Parables attributed to Jesus are also found in other documents apart from the Bible. Some of these overlap those in the Bible and some are not part of the Bible. The noncanonical Gospel of Thomas contains up to fifteen parables, eleven of which have parallels in the four canonical Gospels. The unknown author of the Gospel of Thomas did not have a special word for "parable," making it difficult to know what he considered a parable. Those unique to Thomas include the Parable of the Assassin and the Parable of the Empty Jar. The noncanonical Apocryphon of James also contains three unique parables of Jesus. They are known as "The Parable of the Ear of Grain", "The Parable of the Grain of Wheat", and "The Parable of the Date-Palm Shoot". The parables are thought to have been transmitted orally for years before being written down. The hypothetical Q document is seen as a source for some of the parables in Matthew, Luke, and Thomas.

Purpose and motive

In the Gospel of Matthew (13:10-17) Jesus provides an answer when asked about his use of parables:

The disciples came to him and asked, "Why do you speak to the people in parables?" He replied,
"The knowledge of the secrets of the kingdom of heaven has been given to you, but not to them.

Whoever has will be given more, and he will have an abundance.

Whoever does not have, even what he has will be taken from him.

This is why I speak to them in parables:

Though seeing, they do not see; though hearing, they do not hear or understand."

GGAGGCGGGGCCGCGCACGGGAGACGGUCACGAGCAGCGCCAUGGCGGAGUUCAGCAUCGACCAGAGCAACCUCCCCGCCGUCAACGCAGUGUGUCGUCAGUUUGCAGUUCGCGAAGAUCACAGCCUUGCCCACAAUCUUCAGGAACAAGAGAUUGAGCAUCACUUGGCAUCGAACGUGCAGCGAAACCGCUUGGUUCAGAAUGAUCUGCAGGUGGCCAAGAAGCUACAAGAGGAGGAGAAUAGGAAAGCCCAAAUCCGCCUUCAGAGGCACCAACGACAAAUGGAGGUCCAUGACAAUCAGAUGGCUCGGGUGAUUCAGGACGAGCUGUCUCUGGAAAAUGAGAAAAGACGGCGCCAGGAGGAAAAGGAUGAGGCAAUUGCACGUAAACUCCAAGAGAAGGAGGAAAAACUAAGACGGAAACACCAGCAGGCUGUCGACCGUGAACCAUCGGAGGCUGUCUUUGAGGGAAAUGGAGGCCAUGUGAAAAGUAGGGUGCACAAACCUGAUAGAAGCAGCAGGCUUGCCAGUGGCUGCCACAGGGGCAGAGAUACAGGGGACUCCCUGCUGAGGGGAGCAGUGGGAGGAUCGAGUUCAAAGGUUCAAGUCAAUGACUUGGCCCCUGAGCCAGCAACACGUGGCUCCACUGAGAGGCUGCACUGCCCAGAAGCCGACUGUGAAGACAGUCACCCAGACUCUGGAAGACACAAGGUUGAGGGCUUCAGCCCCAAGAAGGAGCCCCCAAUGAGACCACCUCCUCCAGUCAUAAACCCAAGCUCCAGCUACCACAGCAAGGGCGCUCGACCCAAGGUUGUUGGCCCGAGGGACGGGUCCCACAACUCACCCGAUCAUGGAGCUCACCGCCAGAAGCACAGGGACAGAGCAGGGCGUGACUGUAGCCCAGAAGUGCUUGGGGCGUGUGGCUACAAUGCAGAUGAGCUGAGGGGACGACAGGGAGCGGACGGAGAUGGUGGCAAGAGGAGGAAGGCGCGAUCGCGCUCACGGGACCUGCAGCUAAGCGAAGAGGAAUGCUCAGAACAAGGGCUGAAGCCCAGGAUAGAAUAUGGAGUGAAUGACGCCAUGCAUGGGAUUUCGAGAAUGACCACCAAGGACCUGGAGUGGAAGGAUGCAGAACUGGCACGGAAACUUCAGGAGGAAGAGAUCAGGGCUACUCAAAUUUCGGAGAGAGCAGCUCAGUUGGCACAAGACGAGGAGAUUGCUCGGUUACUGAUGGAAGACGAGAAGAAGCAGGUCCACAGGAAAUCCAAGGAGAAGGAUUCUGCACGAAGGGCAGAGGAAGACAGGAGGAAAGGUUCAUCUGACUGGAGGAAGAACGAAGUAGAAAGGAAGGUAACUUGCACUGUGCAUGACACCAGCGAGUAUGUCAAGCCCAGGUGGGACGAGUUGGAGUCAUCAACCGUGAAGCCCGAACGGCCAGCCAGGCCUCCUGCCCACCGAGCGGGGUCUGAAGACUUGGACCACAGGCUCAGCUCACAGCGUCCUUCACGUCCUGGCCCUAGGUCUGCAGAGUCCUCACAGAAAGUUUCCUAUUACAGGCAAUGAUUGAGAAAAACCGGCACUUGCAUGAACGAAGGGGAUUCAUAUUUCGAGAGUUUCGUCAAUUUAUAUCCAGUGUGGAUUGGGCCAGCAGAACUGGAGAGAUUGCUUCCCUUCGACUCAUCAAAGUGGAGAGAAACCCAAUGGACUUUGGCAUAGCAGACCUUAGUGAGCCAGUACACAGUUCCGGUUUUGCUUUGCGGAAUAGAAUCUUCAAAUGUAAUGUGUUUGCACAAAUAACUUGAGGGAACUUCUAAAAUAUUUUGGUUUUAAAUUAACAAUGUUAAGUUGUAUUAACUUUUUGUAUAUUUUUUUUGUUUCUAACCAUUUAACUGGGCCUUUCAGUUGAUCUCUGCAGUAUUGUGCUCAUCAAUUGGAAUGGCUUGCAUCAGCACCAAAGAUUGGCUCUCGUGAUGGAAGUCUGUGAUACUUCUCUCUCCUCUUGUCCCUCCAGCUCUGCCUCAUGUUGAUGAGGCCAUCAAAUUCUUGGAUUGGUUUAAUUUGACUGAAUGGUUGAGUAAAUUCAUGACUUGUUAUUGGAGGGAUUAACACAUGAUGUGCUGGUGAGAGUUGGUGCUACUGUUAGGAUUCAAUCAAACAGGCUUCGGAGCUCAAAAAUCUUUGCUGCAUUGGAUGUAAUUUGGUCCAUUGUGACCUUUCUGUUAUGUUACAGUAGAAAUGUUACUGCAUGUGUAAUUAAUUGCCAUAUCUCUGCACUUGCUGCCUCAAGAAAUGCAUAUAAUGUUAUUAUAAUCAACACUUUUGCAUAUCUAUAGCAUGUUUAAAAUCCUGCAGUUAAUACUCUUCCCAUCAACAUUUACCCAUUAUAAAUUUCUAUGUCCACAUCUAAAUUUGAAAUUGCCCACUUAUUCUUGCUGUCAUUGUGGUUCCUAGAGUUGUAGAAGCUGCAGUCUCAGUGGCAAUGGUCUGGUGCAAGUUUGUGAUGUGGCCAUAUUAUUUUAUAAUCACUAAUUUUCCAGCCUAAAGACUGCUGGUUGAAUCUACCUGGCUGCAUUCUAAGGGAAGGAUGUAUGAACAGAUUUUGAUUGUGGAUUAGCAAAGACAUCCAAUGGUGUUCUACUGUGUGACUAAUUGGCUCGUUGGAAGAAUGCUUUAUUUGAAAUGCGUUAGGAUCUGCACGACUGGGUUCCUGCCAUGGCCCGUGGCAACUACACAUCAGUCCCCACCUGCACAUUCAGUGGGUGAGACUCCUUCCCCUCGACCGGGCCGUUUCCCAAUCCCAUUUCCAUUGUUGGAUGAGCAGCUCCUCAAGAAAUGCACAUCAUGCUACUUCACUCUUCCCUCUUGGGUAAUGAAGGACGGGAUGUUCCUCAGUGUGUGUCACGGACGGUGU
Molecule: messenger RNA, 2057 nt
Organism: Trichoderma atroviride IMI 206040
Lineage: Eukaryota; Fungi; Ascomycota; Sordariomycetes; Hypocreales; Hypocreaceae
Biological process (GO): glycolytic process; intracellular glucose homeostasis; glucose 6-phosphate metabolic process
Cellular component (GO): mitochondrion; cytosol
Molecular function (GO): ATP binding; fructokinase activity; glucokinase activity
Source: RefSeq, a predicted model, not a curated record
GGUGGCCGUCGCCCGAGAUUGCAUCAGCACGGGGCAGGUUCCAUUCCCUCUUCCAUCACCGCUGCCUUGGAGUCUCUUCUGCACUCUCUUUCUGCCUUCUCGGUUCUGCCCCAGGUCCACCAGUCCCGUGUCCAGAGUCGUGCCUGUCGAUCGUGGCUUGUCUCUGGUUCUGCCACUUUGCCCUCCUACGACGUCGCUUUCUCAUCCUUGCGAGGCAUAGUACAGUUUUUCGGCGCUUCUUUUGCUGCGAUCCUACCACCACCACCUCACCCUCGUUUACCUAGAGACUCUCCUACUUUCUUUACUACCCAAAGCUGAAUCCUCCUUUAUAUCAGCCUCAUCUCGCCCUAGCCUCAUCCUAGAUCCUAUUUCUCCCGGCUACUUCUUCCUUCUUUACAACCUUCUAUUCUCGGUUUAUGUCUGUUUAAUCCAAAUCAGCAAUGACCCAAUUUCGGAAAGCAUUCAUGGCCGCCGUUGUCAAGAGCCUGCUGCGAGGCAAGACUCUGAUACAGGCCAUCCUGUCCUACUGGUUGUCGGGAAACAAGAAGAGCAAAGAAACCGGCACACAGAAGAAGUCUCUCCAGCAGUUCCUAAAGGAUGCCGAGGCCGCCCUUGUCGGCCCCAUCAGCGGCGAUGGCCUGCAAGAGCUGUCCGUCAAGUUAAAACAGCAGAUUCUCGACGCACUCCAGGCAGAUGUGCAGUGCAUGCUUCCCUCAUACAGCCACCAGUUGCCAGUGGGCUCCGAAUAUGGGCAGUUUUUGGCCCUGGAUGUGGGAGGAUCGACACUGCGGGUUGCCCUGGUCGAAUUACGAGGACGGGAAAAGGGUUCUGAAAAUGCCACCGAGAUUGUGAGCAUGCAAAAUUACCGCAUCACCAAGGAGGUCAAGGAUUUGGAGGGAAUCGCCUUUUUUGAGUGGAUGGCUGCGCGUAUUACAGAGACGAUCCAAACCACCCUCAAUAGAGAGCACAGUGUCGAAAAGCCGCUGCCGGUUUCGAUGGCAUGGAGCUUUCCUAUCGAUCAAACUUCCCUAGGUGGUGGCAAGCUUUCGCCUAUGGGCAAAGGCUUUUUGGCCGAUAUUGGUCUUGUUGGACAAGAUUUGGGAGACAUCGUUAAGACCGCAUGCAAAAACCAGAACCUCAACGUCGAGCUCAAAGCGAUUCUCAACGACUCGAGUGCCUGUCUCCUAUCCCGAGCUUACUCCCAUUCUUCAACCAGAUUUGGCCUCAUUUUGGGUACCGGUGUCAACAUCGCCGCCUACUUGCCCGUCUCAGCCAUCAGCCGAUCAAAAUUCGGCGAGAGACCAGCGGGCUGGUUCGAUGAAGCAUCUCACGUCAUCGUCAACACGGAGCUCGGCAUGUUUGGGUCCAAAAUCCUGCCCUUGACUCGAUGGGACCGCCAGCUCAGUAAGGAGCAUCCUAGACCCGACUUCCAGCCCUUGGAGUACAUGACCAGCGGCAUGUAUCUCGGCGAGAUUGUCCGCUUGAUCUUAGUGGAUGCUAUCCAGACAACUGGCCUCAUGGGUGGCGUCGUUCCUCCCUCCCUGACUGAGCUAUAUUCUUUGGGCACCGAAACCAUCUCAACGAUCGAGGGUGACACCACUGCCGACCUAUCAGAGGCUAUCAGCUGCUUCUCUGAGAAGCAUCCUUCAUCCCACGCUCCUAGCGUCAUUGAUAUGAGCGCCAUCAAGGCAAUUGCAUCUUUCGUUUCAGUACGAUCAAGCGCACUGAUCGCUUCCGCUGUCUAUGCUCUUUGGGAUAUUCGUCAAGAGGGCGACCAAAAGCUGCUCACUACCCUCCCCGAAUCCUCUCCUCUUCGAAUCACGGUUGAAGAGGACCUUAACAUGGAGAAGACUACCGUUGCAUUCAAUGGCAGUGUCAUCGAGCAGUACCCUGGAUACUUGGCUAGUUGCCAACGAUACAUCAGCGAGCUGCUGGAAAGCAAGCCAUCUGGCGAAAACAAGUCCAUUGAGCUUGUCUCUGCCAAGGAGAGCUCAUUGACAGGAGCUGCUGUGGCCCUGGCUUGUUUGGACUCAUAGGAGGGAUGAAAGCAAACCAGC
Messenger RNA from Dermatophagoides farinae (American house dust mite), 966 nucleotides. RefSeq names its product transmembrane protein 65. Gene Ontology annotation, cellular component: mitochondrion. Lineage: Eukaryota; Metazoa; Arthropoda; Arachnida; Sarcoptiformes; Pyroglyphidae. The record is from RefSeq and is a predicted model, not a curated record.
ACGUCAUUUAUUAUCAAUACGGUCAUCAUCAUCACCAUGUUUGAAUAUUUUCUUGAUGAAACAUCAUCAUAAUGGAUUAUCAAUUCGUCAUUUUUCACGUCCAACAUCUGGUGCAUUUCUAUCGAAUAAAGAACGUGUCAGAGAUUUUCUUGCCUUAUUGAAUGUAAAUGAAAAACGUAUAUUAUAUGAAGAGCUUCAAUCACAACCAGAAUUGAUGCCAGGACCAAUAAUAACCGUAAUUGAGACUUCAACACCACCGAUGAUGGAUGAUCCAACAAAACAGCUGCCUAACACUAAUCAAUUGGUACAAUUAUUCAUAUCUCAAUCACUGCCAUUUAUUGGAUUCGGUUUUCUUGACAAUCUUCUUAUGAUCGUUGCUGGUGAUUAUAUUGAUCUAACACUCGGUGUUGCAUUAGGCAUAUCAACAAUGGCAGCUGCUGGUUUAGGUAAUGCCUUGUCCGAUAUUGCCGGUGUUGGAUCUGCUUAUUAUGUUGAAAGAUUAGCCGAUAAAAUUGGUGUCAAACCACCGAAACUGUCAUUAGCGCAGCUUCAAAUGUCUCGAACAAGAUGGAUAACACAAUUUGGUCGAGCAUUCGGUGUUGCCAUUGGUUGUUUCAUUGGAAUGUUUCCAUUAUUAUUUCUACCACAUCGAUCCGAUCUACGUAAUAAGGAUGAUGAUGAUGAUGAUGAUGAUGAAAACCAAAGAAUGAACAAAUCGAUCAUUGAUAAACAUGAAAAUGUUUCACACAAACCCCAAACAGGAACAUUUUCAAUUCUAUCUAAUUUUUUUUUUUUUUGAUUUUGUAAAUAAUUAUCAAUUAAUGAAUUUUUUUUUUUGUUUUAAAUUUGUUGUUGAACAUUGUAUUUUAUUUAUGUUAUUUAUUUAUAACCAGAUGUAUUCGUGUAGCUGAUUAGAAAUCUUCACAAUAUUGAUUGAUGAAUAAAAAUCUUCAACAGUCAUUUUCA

While and may suggest that Jesus would only speak to the "crowds" in parables, while in private explaining everything to his disciples, modern scholar do not support the private explanations argument and surmise that Jesus used parables as a teaching method. Dwight Pentecost suggests that given that Jesus often preached to a mixed audience of believers and non-believers, he used parables to reveal the truth to some, but hide it from others.

Christian author Ashton Axenden suggests that Jesus constructed his parables based on his divine knowledge of how man can be taught:

This was a mode of teaching, which our blessed Lord seemed to take special delight in employing. And we may be quite sure, that as "He knew what was in man" better than we know, He would not have taught by Parables, if He had not felt that this was the kind of teaching best suited to our wants.

In the 19th century, Lisco and Fairbairn stated that in the parables of Jesus, "the image borrowed from the visible world is accompanied by a truth from the invisible (spiritual) world" and that the parables of Jesus are not "mere similitudes which serve the purpose of illustration, but are internal analogies where nature becomes a witness for the spiritual world".

Similarly, in the 20th century, calling a parable "an earthly story with a heavenly meaning", William Barclay states that the parables of Jesus use familiar examples to lead men's minds towards heavenly concepts. He suggests that Jesus did not form his parables merely as analogies but based on an "inward affinity between the natural and spiritual orders".